PS: We mentioned yesterday that the domain was being a bit flaky. Well, last night it collapsed completely. We are fixing it as we speak and it should be back up and running sometime tomorrow. Meantime, if you need to email us, just replace with and your email will reach the right person.



THE INSOMNIACS BALL... Kill All Hippies and Stylish Riots present London's first ever all-night indoor festival, kicking off the Easter Weekend on Thursday April 13th, with three live stages and dozens of live bands and DJs underneath the arches at London Bridge in the seOne club. Line up so far includes no less than British Sea Power, White Rose Movement, Mando Diao, Battle, New Rhodes, The Pipettes, Art Brut, Dogs, The Rifles, Komakino, Good Shoes, Cooper Temple Clause (DJ set) and The Rakes (DJ set). How good is this? Doors will open at 8pm, when the live music begins, and the entertainment will continue until 6am the following morning - Good Friday. Full details at

Press info:



Damian and Chloe talk to young British five-piece Nine Pages ('Metal Lunchbox', noon to 3pm) while Cristiane welcomes US underground groovers Sourvein ('Sonic Attack', 9-11pm). And catch 'Fat Man In The Bathtub' from 11pm to midnight. Listen live at



MySpace of the Day: Lucky Soul
You might by now have heard that apocryphal tale (yeah, alright, not really apocryphal, or even much of a tale come to that) that the main reason I even came across Lucky Soul was because of a positive prejudice in favour of bands from the Greenwich area. It is actually true that I selected the band's recent single 'My Brittle Heart/Give Me Love' for play on the CMU Radio Show on that basis, but honestly, I like bands from Deptford too. And Carlisle. Lots of places, in fact. Anyway, we didn't regret the decision to play a Lucky Soul song on the radio, because it turned out to be rather good; if you like catchy pop with fragile vocals, that's occasionally slightly reminiscent of the sound of a sixties girl group, then this is the MySpace for you. If you don't like catchy pop with fragile vocals, that's occasionally slightly reminiscent of the sound of a sixties girl group, then give it a shot anyway, because you might enjoy it in spite of yourself. The page is streaming both songs from that recent double A-side, plus two other tracks, and has lots of pictures and details of the band's upcoming tour dates. I haven't seen 'em live yet, but I bet they're pretty good. They are, after all, from Greenwich.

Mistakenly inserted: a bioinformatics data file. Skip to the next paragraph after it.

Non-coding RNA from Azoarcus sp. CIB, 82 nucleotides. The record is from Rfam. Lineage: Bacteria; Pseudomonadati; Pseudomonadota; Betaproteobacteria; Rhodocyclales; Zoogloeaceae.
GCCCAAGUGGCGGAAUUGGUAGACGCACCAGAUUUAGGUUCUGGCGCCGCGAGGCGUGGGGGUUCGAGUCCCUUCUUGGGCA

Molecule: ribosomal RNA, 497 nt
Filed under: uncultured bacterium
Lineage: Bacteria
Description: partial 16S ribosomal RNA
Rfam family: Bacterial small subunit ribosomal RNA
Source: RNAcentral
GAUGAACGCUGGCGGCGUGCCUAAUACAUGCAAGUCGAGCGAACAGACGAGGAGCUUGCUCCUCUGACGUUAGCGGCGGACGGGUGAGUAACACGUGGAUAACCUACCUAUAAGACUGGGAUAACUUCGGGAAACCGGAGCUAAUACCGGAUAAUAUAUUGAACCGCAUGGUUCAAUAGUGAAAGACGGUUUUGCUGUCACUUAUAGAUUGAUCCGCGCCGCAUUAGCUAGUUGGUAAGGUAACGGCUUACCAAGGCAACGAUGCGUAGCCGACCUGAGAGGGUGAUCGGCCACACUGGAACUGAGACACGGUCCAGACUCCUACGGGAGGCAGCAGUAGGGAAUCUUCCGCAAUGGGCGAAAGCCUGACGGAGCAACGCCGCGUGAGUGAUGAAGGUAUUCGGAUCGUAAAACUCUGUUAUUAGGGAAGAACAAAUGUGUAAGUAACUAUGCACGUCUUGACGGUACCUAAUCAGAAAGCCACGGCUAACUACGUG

More on our MySpace Of The Day, plus acts appearing at this week's Insomniac's Ball answer the same six questions - all online at


Hip hop has lost another star name after D12's Proof, a close friend of Eminem, was shot dead during the early hours of yesterday morning, 11 Apr, outside an after hours club on 8 Mile Road in Detroit.

The 32 year old rapper, real name DeShaun Holton, was pronounced dead on arrival at the city's Conner Creek Medical Center, and is said to have died instantly from a gunshot to the head. His companion, an unidentified 35 year old male, was also shot, and is said to be in a critical condition at Detroit's St John Hospital. Rumours originally circulating that the unnamed man might be fellow D12 star Bizarre have been put to rest, but police have refused to confirm the injured man's identity.

Both men were present at CCC Club at 4:30am, which, according to reports, is not an illegal venue, but was operating illegally after hours. Police were called to the incident at around 5am following reports of a fight and shots being fired.

Proof was a pivotal player in the Detroit hip-hop scene due to his skill as a battle rapper, and was an associate of many top producers and artists, a number of whom, including Eminem and Obie Trice, gathered at the hospital yesterday morning alongside the star's family members.